Graham Rowntree calls it 'Test Match Tuesday'.
Far enough away from last weekend's game so that the pain has subsided, and far enough away from next weekend's game so the damage isn't lasting, the Munster forwards go at it "hammer and tongs", according to Dave Kilcoyne.
Live scrummaging, the only way to learn the craft.
"You're waking up Tuesday morning dreading the sessions, but it really gets the best out of us.
"It builds that contact and scrummaging fitness that you need at this level," he tells the media from Munster's High Performance Centre in Limerick.
Rowntree may have christened it 'Test Match Tuesday', but a version of it always existed.
It's how Kilcoyne went from a boy to a man in his early Munster days. Lessons are soon learned when you pack down opposite BJ Botha.
"We used have big battles over the years and I learned more off that than I did for any," he says, when asked about his current role in the team as one of the experienced front-rows.
"You could tell fellas all you want but until you're actually thrown into the lion’s den, it's sink or swim.
"I remember scrummaging against him (BJ Botha) a few times and you’re coming home with a battered neck from Cork and you’re questioning yourself, but he scrummaged a particular way and I had to come to terms with that and learn how to cope with it. That was the best lesson I ever learned."
As Stephen Archer and John Ryan advance in years, Munster's two young tightheads Keynan Knox and Roman Salanoa will be looking at this campaign as an important one in their development, building the minutes and games and scrummaging nous that only comes with hands-on experience.
While Salanoa is currently injured, Knox was a second-half replacement for Ryan during the opening United Rugby Championship win against the Cell C Sharks last Saturday.
The South Africa-born 22-year-old moved to Ireland straight out of school to the Munster academy, before advancing to a senior deal in 2020.
Ten years his senior and the man who will pack down opposite him on a daily basis in UL, Kilcoyne knows the role he can play in Knox's development, and it doesn't involve pep-talks or a pat on the shoulder.
He said: "You try pass it on, when I broke in I remember it was Marcus Horan - who would have been my cousin - you had Wian du Preez, Darragh Hurley, Dave Ryan, everyone wants to be playing number one like.
"You try and help the squad, but the best help you can give him (Keynan Knox) is as many physical scrummaging sessions as you can.
"The sky is the limit for him, potential-wise. When you have a forwards coach like Graham Rowntree, getting that world class coaching at such a young age, he's probably been working with Keynan now for two or three years.
"To have that hands-on as a young tighthead, he’s always doing extras with him. I see him, Keynan (below) is very diligent with his own training, he’s a freak in the gym and it’s always good for your tighthead to be that strong."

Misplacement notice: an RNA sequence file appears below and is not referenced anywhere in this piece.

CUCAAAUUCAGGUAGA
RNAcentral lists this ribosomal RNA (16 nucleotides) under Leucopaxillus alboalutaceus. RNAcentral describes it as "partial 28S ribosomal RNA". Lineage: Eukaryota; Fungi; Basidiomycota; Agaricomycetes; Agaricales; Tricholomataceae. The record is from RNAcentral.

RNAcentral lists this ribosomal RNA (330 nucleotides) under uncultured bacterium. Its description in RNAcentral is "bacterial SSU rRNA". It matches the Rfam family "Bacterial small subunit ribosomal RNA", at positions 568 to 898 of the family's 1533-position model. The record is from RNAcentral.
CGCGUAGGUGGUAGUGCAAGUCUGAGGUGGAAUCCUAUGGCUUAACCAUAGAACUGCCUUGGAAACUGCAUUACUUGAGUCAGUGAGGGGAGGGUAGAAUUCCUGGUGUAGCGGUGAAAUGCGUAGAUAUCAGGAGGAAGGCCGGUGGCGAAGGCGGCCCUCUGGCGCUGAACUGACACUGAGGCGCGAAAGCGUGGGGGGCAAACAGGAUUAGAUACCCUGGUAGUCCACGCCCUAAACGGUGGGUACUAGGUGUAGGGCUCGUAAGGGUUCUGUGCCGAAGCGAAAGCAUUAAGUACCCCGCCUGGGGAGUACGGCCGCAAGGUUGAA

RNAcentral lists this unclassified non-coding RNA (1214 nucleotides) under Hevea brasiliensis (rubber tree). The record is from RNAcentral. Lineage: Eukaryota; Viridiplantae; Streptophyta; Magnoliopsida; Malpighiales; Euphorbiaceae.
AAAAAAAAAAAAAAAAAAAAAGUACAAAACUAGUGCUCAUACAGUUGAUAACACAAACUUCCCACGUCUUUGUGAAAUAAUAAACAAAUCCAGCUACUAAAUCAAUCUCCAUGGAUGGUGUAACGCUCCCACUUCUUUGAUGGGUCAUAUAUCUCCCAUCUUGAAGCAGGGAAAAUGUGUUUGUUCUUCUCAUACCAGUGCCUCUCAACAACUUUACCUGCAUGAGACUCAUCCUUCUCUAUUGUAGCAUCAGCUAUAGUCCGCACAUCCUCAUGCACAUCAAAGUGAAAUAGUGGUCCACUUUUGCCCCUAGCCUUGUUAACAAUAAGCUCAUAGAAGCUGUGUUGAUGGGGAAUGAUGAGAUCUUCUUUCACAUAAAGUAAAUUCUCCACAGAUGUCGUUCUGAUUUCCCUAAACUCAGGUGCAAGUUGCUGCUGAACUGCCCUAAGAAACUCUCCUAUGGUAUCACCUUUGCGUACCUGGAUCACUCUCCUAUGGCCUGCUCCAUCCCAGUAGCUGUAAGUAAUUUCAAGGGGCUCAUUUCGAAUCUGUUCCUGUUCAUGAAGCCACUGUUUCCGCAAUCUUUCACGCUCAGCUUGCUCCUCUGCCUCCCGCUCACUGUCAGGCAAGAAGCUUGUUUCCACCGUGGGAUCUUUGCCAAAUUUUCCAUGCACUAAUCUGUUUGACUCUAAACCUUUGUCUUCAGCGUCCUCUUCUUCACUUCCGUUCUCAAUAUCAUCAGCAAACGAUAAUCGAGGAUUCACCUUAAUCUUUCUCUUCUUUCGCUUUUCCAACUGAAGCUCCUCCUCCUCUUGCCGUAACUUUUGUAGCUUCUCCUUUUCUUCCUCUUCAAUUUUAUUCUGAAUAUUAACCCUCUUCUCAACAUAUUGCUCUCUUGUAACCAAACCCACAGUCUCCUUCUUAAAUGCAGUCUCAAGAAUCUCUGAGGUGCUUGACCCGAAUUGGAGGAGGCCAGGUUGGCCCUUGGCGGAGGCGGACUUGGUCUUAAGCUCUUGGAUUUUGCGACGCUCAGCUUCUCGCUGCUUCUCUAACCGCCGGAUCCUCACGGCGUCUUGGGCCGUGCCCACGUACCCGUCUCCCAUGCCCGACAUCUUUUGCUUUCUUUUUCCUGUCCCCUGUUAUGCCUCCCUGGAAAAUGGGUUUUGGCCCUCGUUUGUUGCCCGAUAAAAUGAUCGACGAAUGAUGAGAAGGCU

Despite all the talk about succession plans and mentoring, 'Killer' has no intention of slowing down.
A relatively late developer - he joined Munster's academy at 21, before making his senior debut just after his 23rd birthday - the Limerick man has crammed a lot of rugby into the last 10 years.
Should he feature in this Saturday's URC meeting with the DHL Stormers at Thomond Park (live on RTÉ2 and RTÉ Player), it'll be his 193rd appearance for the province. Should he avoid injury, there's every chance he'll become the 12th member of Munster's '200 club' this season.
Turning 33 this December, it wouldn't be disrespectful to suggest his career is winding down. But Kilcoyne smiles as he says he has ambitions far beyond Munster's '200 club'.
"If I get to hit that number, which I'm sure I will, I'll be delighted.
"But I’ve always said I want to play until I’m 40, that’s been one of my goals, so I’ll be looking at that 300 number!," he says confidently.
In terms of Test rugby, he's currently five caps short of his half-century for Ireland.
When fit, he's been a consistent presence in Andy Farrell's matchday 23 in recent seasons, although it remains to be seen what now happens given the musical chairs at the RDS.
We need your consent to load this YouTube contentWe use YouTube to manage extra content that can set cookies on your device and collect data about your activity. Please review their details and accept them to load the content.Manage Preferences
With Leinster pulling the old switcheroo on Andrew Porter and Cian Healy, the impact that has on Kilcoyne's place in the Ireland team will be interesting.
The Munster man was tight-lipped when asked for his thoughts on the swap, remarking only that a switch to tighthead won't be on the cards for him, before joking that he'd be better suited to openside flanker.
At least I think he was joking.
One of the big questions facing Munster this season surrounds Kilcoyne and his front-row colleagues.
While the province's scrum has been a reliable source of ball in the last couple of years, many analysts pointed to the overall size, and depth of power available to Munster around the pitch.
Kilcoyne has always been a big ball carrier, but the departure of James Cronin does appear to have left them light of front row enforcers around the pitch.
It's not an assessment Kilcoyne agrees with.
"I think there's a very strong group there, you can always get batter as a player, get better as a squad," he said.
"We’ve an incredible forwards coach in Graham Rowntree who pushes us every day.
"He’s done it all as a player and coach, club, international and Lions.
"And for the front rows to have hands-on work with him, young looseheads, young tightheads, he’s been incredible for me. I find his energy and his knowledge of the game is incredible, he’s been brilliant for us."